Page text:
Winding road home inspiration for Wisconsin travel column

Adam Ruka, Staff Writer

road trip

The desire to travel seems common among college students. Whether it’s some tropic party town for spring break or a relaxing getaway tucked somewhere in the wilderness, escaping our daily routine is almost necessary for maintaining good mental health. But it’s not just the destination that matters, it’s the journey: the “I know I forgot something” feeling, the willpower to endure cramped, uncomfortable positions in an over packed car, the struggle of choosing whose music gets played. What the destination does offer is purpose, a reason to travel. When I recently went on a cross country road trip to Portland, OR, I discovered a new purpose to travel our home state. After staggering back through the great plains, I had a realization about Wisconsin. This is an account of that realization.

The steering wheel was grimy and greasy from gripping it all night. I stared at the road even though it hadn’t changed since the sun went down eight hours ago. Like a treadmill, the pavement fed itself to the silver Subaru, effortlessly thrusting on its wearing tires and young steel frame. The South Dakota sunset hadn’t been memorable. After a week of dramatic sunsets, they all seemed to blend together and the earth’s spinning had become a reliable cycle, filling the sky with our lone star once again.

The night wore on as I entered Minnesota and its vast flatness. Countless sunflower shells littered my lap after the repetitive split-lick-spit prevented my eyelids from sinking too low. To my right and both backseats slept my companions and although it wasn’t much, that moment, that lethargic, somewhat incoherent experience, had been my own. From the majestic beauty of the Grand Teton mountain range to the frenzy of an uncontained wildfire, we had shared all of our moments. But that eventless moment of fighting off sleep just before dawn was mine.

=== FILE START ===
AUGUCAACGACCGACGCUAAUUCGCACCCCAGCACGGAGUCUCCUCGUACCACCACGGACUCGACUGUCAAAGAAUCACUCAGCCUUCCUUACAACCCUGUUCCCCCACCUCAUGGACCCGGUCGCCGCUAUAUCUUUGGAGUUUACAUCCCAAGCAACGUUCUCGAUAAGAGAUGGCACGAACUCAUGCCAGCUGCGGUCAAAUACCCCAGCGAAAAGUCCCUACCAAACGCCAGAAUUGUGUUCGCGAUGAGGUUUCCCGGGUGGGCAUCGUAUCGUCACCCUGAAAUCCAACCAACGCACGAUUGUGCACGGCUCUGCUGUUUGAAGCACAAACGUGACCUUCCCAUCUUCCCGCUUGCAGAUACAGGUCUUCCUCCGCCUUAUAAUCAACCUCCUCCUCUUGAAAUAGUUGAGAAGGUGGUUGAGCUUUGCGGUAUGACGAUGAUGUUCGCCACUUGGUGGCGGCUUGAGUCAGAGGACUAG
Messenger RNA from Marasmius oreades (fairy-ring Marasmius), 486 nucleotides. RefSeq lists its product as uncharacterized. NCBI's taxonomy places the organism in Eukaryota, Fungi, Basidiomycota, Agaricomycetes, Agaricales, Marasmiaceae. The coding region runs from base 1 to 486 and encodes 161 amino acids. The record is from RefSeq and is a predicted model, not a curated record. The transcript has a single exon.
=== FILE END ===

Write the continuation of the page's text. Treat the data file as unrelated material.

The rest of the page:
As the horizon began tinting gray, my drowsiness evaporated with the low lying clouds. My body awoke with fresh vigor. I exited the freeway and barreled down a gravel road, passing a county park fee station with no intention of paying. The abruptness from the usual smooth highway woke the passengers. Through the trees, a gentle pink had arrived, biding its time until we could see.

The road opened up into a typical clearing utilized for parking with signs directing towards hiking trails. I parked the car and jumped out, grabbing my blanket and camera, and headed towards the hiking trail. The path was smooth but eventually forked, forcing me to decide between an eastern and western trail. I chose east, hoping it would hurry my beginning of yet another day. The deciduous forest of the Midwest welcomed me. I relished every familiar plant from the Oak tree to the Wild Violet but soon it wouldn’t wait any longer. I galloped down the path cloaked in my blanket. My friends followed but at a much slower pace. I needed that split second to witness it exploding into view alone.

The forest parted suddenly and offered its best view of the Mississippi Valley below. I stood on a bluff, more than a hundred feet above the river, overlooking the various tributaries. On the other side lay Wisconsin, with an orange crest blossoming over a few clouds, greeting me like a celestial being, allowing me reentry. With each breath the rich Midwest air filled my lungs, building the desire for my return home. I pondered about Lewis and Clark on their cross-country and the many breathtaking views they stumbled upon. When I looked down upon Wisconsin I was sure I felt the same -maybe a bit watered down- elation that they felt when pouring into the Pacific from the Columbia River. I wanted to know about the native inhabitation of Wisconsin, to visit where Nicolet came ashore, to learn about the state’s gentle progression into the Cheese, Beer, Brat, Green Bay Packer loving state we know today.

We marveled for a few more minutes until the sun fully exposed itself, ending the start of another day. I drove us across the Mississippi and about another hour into Wisconsin when my body crashed from sleep deprivation. The next rest stop allowed us to switch drivers and let me rest in the passenger seat. As I slowly drifted off, I promised myself I would unravel the history of this state and share it here.